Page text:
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The Japanese government won't let Sony restart its online services as it's unsure if the company is doing enough to protect Japanese consumers. The PlayStation Network was recently restored in the U.S., Europe, Canada, and other locations.  (Source:
Government says it won't authorize reboot unless Sony shows what precisely it's doing to protect customers

Citizens across Japan, Europe, and America fell victim to a massive breach of privacy thanks to lax security at Sony Corp. (6758).  As many as 101 million individuals are thought to have lost personal information including hashed (but not salted) passwords, plaintext usernames, addresses, and birth dates.  It is unclear whether Sony also lost tens of millions of other customers’ credit card information.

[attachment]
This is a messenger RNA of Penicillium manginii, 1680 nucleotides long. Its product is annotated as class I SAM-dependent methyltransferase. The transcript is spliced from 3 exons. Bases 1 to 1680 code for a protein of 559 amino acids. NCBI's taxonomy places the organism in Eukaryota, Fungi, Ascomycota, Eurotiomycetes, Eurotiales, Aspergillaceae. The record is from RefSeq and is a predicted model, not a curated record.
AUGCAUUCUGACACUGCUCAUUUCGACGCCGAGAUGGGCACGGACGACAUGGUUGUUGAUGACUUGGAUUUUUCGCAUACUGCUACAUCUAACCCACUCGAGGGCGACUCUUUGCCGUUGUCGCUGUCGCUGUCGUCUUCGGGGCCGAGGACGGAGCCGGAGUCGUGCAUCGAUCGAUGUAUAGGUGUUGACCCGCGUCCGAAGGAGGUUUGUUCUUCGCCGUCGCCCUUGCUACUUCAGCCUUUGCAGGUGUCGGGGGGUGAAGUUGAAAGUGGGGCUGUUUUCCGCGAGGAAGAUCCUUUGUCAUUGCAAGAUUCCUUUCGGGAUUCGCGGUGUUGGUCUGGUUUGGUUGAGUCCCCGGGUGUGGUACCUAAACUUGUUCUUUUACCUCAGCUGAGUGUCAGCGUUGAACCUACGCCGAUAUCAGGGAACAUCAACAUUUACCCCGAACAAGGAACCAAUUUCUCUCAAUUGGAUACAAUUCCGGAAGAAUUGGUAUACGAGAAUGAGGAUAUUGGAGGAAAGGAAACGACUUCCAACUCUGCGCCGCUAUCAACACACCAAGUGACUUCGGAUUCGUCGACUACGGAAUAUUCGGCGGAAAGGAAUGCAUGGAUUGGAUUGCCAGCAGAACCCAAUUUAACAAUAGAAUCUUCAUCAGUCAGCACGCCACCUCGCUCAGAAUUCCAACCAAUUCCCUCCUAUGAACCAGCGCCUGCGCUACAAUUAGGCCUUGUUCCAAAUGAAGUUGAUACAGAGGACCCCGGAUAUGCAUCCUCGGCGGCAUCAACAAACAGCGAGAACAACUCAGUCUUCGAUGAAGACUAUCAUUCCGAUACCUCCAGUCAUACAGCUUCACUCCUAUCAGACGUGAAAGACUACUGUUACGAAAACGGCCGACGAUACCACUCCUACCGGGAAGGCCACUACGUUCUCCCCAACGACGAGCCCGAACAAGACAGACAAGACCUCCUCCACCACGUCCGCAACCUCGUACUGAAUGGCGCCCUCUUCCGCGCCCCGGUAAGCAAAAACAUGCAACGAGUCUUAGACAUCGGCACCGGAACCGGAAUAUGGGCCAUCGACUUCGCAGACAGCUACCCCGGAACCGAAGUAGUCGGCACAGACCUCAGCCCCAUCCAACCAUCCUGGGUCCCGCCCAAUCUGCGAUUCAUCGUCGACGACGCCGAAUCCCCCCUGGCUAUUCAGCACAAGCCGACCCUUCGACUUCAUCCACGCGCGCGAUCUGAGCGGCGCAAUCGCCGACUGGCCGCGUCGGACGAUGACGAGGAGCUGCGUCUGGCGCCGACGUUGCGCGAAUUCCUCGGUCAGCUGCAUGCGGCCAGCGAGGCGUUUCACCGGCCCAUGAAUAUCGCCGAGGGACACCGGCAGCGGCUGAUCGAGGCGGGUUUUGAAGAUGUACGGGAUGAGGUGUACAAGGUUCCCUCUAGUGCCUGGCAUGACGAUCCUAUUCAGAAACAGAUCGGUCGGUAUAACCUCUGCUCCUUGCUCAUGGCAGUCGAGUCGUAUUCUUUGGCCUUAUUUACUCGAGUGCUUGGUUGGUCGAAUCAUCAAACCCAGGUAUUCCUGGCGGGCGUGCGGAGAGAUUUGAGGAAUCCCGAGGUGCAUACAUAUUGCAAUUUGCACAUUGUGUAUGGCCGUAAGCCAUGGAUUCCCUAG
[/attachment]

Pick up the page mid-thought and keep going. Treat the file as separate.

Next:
For American, Canadian, and European customers the PlayStation Network (PSN) is now back online after being shutdown for over three weeks while Sony tried to assess the extent of the damage and secure its systems.

But in Japan the network is still down and may remain so for some time.  The Japanese government has refused to let Sony restart the network without providing more explicit proof that it is securing the network.

Kazushige Nobutani, the director of the Media and Content Industry department at the Japanese Ministry of Economy, Trade and Industry, comments, "We met with Sony on May 6 and 13, and basically we want two things from them. The first is preventative measures. As of May 13, Sony was incomplete in exercising measures that they said they will do on the May 1 press conference."